On June 25, 2015, nearly four years after first agreeing to consider the question, the Supreme Court issued a decision in the case Texas Dept. of Housing and Community Affairs v. Inclusive Communities Project, Inc., holding that disparate impact claims may be brought under the Fair Housing Act (FHA). The Court’s decision confirms that, irrespective of intent, an institution engaged in residential real estate-related transactions such as mortgage lending may be held liable for a practice that has an adverse impact on members of a particular racial, religious, or other statutorily protected class.
However, the Court pointed out the following important limitations on the ability of plaintiffs to raise claims:
- It is not sufficient to point out statistical disparities alone. Instead, plaintiffs must show that a defendant’s policy or policies caused that disparity.
- Policies may only be challenged under disparate impact analysis if they are “artificial, arbitrary and unnecessary barriers.”
- A defendant’s valid business justification may not be rejected unless a plaintiff identifies an alternative practice that has less disparate impact while still serving the entity’s legitimate needs.
To receive the benefit of any heightened standard resulting from the Court’s opinion, however, financial institutions must be willing to litigate. To avoid litigation in the first place, experience has shown that proactive steps taken by financial institutions can protect against possible disparate impact claims. Those steps include, for example:
Internal Audits and Fair Lending Risk Analysis
Financial institutions should be proactive in identifying and analyzing lending portfolios to identify areas susceptible to statistical challenge. One of the most reliable methods of doing so is to conduct routine statistical self-assessments on a portfolio-wide basis, appropriately structured to ensure attorney-client privilege will apply. Institutions should conduct periodic assessments, analyze the results (including file reviews of any outliers), and tailor policies and procedures to address the results, thus ensuring the institution is alert to potential disparities and can address any fair-lending related issues before they become supervisory concerns.
Policies and Procedures
Institutions should carefully review their policies and procedures to identify instances in which discretion is permitted in any aspect of underwriting or other credit processes, as discretion may give rise to discriminatory results. To the extent policies and procedures allow for discretion or exceptions, institutions should craft corporate governance mechanisms to approve such exceptions or departures from common practice as well as record keeping procedures to ensure proper documentation. In effect, the financial institution is creating a record of why it departed from its normal business practices. To the extent that the institution considers any changes to its policies and procedures as a result of its review, senior management should articulate the business- or risk-related reasons why such changes were or were not made.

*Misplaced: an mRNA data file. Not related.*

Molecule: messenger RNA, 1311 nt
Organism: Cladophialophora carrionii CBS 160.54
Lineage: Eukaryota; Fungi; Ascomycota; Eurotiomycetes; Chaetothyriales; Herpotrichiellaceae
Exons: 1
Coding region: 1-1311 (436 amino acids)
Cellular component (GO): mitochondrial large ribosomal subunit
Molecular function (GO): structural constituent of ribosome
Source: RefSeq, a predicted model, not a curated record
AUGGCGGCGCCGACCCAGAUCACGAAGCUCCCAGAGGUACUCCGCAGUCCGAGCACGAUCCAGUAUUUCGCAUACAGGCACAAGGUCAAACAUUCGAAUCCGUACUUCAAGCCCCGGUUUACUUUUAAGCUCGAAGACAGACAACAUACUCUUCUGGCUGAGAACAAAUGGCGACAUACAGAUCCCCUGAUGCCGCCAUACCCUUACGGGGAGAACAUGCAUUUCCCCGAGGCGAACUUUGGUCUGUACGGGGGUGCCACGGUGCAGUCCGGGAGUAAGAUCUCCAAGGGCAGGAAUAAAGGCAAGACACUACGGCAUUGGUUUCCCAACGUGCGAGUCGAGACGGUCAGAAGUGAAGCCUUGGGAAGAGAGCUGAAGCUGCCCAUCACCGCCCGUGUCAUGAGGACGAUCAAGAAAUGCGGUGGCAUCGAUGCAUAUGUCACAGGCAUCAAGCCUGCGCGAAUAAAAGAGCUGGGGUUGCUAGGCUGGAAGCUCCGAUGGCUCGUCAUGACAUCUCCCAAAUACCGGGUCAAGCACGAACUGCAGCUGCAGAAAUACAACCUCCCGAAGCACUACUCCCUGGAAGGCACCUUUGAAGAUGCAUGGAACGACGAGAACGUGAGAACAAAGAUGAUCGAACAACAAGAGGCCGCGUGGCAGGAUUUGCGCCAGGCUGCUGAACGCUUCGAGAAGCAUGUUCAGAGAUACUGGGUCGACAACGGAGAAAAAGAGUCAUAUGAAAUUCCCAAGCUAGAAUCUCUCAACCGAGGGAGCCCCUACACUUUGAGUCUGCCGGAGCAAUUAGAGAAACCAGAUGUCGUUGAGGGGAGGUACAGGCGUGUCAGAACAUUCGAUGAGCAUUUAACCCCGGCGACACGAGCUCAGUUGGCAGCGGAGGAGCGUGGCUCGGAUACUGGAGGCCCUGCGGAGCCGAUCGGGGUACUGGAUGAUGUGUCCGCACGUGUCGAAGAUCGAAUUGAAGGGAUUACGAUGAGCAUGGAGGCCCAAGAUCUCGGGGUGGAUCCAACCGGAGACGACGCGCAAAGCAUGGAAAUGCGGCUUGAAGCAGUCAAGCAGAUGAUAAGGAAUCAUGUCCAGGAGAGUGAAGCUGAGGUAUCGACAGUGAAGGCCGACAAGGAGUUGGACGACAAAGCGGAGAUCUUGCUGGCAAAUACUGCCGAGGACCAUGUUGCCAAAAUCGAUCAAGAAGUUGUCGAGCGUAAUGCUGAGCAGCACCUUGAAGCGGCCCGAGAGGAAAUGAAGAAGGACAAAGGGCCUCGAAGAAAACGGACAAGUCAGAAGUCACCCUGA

Corporate Governance and Documentation
With increased scrutiny from regulators on fair lending issues, any business decisions that may involve practices that could have a disparate impact on a protected class, such as changing or discontinuing a particular product or service, should be carefully considered and the justifications for them should be clearly documented. Institutions should establish corporate governance procedures that provide for review of material changes to product and services offerings by senior management and fair lending/risk committees. The results of the review, including assessments of the reasons for the business decisions at issue, should be documented through meeting minutes and other records.
The Inclusive Communities decision almost certainly will embolden private plaintiffs and government agencies to assert claims of disparate impact discrimination. Proactive steps taken now can head off years of litigation and costly settlements by preventing statistical disparities from ripening into claims of discrimination. Financial institutions should aggressively review and enhance their compliance efforts to ensure the compliance of their business policies and practices.